Some areas of law are well established, while others are evolving at a rapid pace. One aspect of employment law is currently being developed in contradictory ways. Some states recognize unpaid interns as employees for the purposes of protections under the law. Other states treat unpaid interns as individuals who are not quite employees but are deserving of certain protections and rights under the law. Still other states fail to adequately protect interns simply because they are not technically hired professionals and do not get paid.
One New York judge recently embraced the approach of treating unpaid interns as unprotected under the law. The case in question involved whether unpaid interns may sue employers for unjust sexual harassment. This particular judge insisted that because unpaid interns are not “real” employees for the purposes of discrimination law that they may not sue if they are harassed.
The plaintiff in the lawsuit was a 22-year-old intern when she was allegedly sexually harassed by a television bureau chief. According to the complaint, the woman and other female interns were harassed in ways that included forced kissing and sexual touching that was not consented to.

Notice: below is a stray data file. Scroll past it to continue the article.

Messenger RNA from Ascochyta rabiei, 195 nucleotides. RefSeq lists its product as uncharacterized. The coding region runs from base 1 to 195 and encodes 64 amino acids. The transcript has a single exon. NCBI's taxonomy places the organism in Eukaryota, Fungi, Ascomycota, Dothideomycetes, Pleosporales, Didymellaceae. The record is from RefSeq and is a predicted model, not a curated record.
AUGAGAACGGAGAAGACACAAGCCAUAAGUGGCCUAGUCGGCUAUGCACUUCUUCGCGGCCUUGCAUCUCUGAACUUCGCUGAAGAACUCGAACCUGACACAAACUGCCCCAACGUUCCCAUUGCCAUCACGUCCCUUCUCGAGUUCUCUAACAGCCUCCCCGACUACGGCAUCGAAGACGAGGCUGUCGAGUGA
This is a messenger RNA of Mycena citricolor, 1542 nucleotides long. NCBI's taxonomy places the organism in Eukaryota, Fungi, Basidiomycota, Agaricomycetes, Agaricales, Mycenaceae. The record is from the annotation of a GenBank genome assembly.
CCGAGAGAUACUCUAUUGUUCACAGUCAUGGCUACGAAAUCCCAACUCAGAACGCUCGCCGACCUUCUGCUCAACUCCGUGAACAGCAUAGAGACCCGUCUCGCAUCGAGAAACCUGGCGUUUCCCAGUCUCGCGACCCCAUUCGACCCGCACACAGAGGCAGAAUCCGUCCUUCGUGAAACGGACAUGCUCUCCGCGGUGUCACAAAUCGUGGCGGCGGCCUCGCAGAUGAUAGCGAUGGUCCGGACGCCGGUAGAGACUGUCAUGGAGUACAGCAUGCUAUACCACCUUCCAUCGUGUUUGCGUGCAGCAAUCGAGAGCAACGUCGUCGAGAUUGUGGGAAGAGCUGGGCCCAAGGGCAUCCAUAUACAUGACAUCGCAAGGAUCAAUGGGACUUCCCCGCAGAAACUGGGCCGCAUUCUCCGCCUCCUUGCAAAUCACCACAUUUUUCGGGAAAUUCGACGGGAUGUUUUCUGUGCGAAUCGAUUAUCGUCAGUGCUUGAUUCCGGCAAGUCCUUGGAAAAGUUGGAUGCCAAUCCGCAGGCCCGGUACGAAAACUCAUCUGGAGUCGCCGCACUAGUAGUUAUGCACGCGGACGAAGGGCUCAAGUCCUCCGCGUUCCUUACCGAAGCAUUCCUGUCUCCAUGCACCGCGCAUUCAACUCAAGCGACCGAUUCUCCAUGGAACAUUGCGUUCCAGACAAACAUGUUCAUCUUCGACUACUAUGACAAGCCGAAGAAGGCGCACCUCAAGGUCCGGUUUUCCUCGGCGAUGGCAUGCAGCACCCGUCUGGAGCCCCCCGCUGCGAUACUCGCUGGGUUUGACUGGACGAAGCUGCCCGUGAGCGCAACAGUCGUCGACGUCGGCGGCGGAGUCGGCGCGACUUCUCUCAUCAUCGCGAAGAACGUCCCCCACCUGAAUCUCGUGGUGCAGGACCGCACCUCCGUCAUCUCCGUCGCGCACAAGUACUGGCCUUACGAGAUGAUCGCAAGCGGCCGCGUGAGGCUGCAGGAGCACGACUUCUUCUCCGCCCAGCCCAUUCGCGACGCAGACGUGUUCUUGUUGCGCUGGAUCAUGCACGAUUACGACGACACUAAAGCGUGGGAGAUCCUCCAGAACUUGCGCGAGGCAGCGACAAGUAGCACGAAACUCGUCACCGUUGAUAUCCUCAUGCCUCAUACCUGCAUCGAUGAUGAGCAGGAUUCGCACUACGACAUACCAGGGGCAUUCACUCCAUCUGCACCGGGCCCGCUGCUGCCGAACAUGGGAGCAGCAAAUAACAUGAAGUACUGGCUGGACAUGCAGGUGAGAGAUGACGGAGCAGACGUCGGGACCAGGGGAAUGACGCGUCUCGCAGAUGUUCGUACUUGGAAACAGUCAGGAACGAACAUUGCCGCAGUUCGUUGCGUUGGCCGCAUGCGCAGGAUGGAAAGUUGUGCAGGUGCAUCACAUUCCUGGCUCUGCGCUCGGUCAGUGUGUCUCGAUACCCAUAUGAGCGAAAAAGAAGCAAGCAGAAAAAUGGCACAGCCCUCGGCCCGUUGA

Failing to protect the plaintiff and other interns in similar situations from sexual harassment simply because they are not paid for their work is unjust and illogical. While only one state’s legal code explicitly extends harassment protections to interns who are unpaid, employment law protections should logically be extended to anyone who formally performs work for a given employer. Unpaid interns certainly fall within this category and as a result, members of the bench should interpret employment law accordingly.
Source: USA Today, “Judge: Unpaid interns cannot sue for sexual harassment,” Emily Atteberry, Oct. 9, 2013